:::You have no basis for the insinuation that Terrawatt's edit was made out of spite. And your claim that you "have never added nasty criticism to an article about someone else" is contradicted by your entire edit history. --Marvin Diode (talk) 15:57, 19 December 2007 (UTC);
Libel is one thing but the edit you are concerned about cannot be dismissed that easily. I was skeptical at first, but I now see that we have articles about both the author and his website. --Merovingian (T, C, E) 00:40, 20 December 2007 (UTC)
::::Are you referring to Justin Raimondo? --Terrawatt (talk) 01:12, 20 December 2007 (UTC);
When I said "the author", yes. --Merovingian (T, C, E) 01:23, 20 December 2007 (UTC)
::::::Could you make a comment at Talk:Chip Berlet? Will Beback reverted my edit, calling it "self-published." --Terrawatt (talk) 01:32, 20 December 2007 (UTC);
This was left on my user talk page.
  • ==Justin Raimondo quote==
  • If I had known about the quote [47] sooner, I would have added it long ago. It seems to me to succinctly summarize relevant criticism of Chip Berlet. If you will point me to a decision by the ArbCom that says Chip Berlet is uniquely immune from criticism among all Wikipedia bios, I will be happy to read it. --Terrawatt (talk) 01:05, 20 December 2007 (UTC)
I object to people depositing crap on my talk page. Perhaps folks here will be willing to clean it up?--Cberlet (talk) 01:48, 20 December 2007 (UTC)
It's not crap. Somebody criticized you, and you don't like it. I mean, that's an understandable feeling, but it's referenced and it's not Joe-off-the-street saying it. --Merovingian (T, C, E) 02:24, 20 December 2007 (UTC)

<---That's not the issue at all. Baloney. There is lots of criticism on my real name entry. I leave it there. Big deal. The issue is editors involved in an entry dispute immediately going to my entry and adding a criticism. That is crap. It is crap that Arbcom found sanctionable. I object to this juvenile form of retribution. It is simple spite. All decent editors should object to it. It amounts to disrupting Wikipedia to make a point. I have no idea why adminstrators put up with this crap. It shows a total lack of backbone. It is a disgrace. Wikipedia is increasingly a playground for immature thugs. Principled editors should object.--Cberlet (talk) 02:35, 20 December 2007 (UTC)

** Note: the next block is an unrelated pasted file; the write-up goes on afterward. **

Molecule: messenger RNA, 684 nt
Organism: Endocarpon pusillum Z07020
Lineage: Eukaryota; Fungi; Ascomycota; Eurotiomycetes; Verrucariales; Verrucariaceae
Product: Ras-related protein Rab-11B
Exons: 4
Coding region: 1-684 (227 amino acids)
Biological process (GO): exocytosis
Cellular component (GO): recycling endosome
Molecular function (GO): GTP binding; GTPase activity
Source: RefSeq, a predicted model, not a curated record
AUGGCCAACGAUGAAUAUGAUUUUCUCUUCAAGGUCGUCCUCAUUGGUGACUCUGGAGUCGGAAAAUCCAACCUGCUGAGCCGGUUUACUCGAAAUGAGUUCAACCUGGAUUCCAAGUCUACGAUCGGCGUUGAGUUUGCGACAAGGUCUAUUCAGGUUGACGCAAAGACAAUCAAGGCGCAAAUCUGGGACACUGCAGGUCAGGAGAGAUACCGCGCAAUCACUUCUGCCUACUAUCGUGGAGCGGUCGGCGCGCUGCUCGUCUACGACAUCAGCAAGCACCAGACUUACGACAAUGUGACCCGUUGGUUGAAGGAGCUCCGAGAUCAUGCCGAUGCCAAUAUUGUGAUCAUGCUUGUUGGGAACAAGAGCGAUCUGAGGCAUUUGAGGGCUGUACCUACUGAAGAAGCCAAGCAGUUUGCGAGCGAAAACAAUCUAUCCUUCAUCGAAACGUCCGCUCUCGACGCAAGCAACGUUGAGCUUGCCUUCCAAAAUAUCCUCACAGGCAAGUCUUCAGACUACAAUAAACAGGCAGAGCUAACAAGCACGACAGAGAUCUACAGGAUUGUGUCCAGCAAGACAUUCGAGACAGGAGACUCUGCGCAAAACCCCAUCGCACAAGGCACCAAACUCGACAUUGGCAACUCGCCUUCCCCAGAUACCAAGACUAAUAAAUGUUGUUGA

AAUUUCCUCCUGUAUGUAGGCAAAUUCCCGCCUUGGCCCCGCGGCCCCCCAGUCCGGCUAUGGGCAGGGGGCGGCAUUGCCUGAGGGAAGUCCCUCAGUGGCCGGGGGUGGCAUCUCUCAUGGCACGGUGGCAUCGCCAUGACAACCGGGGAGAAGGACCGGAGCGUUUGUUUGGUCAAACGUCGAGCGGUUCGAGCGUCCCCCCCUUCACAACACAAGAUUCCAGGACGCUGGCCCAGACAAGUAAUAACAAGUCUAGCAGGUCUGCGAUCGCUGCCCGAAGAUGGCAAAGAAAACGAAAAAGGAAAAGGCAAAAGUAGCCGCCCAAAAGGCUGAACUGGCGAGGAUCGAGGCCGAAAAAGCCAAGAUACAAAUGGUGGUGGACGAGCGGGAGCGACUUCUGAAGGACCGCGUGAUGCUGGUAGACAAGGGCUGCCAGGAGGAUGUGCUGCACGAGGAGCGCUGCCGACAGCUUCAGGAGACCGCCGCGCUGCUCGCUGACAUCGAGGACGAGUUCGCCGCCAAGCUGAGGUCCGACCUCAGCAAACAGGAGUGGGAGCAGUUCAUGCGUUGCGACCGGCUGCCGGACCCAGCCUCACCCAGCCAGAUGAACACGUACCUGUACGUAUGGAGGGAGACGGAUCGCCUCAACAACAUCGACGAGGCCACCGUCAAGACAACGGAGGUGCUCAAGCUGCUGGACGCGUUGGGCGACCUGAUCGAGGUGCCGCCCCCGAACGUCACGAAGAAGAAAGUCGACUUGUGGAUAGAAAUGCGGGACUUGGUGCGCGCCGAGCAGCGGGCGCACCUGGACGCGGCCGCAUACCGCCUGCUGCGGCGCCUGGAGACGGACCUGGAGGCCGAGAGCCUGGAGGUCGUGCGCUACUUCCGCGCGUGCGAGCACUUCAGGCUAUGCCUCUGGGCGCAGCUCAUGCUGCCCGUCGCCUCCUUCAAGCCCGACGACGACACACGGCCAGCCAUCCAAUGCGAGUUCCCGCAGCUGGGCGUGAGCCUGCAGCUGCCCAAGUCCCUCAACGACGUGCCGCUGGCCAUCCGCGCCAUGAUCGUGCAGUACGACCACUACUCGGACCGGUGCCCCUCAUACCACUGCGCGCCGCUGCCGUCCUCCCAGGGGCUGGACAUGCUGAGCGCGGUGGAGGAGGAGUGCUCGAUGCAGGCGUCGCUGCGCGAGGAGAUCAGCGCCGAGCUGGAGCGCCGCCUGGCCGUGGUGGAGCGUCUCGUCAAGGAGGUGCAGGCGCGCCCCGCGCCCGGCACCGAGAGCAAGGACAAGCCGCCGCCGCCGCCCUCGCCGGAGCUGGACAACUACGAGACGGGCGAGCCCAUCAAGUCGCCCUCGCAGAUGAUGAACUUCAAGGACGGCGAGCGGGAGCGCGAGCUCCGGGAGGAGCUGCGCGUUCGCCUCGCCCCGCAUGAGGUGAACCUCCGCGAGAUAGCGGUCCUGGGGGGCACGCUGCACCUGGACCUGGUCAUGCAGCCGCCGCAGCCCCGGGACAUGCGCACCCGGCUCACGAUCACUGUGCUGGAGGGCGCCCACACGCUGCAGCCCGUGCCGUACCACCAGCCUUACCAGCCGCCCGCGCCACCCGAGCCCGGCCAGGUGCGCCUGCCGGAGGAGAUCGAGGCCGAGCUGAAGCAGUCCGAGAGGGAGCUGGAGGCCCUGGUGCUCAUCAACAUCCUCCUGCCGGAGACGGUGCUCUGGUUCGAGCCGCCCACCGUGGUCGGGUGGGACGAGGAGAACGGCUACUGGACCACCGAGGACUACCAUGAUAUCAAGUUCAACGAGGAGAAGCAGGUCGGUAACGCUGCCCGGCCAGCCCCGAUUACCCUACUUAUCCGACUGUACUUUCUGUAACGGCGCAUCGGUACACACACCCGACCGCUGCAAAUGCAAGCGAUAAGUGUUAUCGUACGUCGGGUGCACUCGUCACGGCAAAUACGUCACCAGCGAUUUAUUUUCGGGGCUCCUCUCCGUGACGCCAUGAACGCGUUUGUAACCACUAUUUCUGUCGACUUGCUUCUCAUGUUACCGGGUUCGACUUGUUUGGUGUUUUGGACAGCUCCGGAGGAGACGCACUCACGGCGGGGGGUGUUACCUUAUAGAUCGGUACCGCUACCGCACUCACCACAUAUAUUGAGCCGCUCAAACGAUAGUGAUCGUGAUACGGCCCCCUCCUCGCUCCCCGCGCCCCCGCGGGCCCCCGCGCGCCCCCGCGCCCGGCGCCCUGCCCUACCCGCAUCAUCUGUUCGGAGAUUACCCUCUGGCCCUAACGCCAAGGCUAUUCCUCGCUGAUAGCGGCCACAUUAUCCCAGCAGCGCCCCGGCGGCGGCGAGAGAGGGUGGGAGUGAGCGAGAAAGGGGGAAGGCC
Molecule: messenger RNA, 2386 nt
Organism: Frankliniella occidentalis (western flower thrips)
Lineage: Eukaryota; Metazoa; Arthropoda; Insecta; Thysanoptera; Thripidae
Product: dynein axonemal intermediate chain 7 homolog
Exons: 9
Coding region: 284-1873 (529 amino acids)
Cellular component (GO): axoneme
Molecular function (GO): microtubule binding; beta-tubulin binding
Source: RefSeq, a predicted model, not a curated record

Terrawatt added a quote that was harsh and biting, but referenced and relevant. Whether he did it out of spite or not is beside the point. Trust me, if his addition couldn't be backed up, I wouldn't stand for it. --Merovingian (T, C, E) 02:57, 20 December 2007 (UTC)
The Chip Berlet entry page is now locked due to BLP concerns resulting from multiple reversions of the quote which was deleted.--Cberlet (talk) 13:12, 20 December 2007 (UTC)

Kevin Roderick[edit]

Just for the record, does the Kevin Roderick article specify NCLC, or is it more generic to the "LaRouche organization"? --Marvin Diode (talk) 22:38, 20 December 2007 (UTC)

Which citation are you referring to? ·:· Will Beback ·:· 22:52, 20 December 2007 (UTC)
::You added several new sections today, all sourced to Roderick's article in the LA Times. --Marvin Diode (talk) 22:54, 20 December 2007 (UTC);
I'm trying to add only material that directly refers to the NCLC. ·:· Will Beback ·:· 23:08, 20 December 2007 (UTC)

Merge proposal[edit]

I think that this article should be merged with LaRouche movement, because the two are essentially the same, and there is no need for two different articles. --Niels Gade (talk) 15:45, 21 December 2007 (UTC)
I don't think they are "essentially the same." --Terrawatt (talk) 21:55, 21 December 2007 (UTC);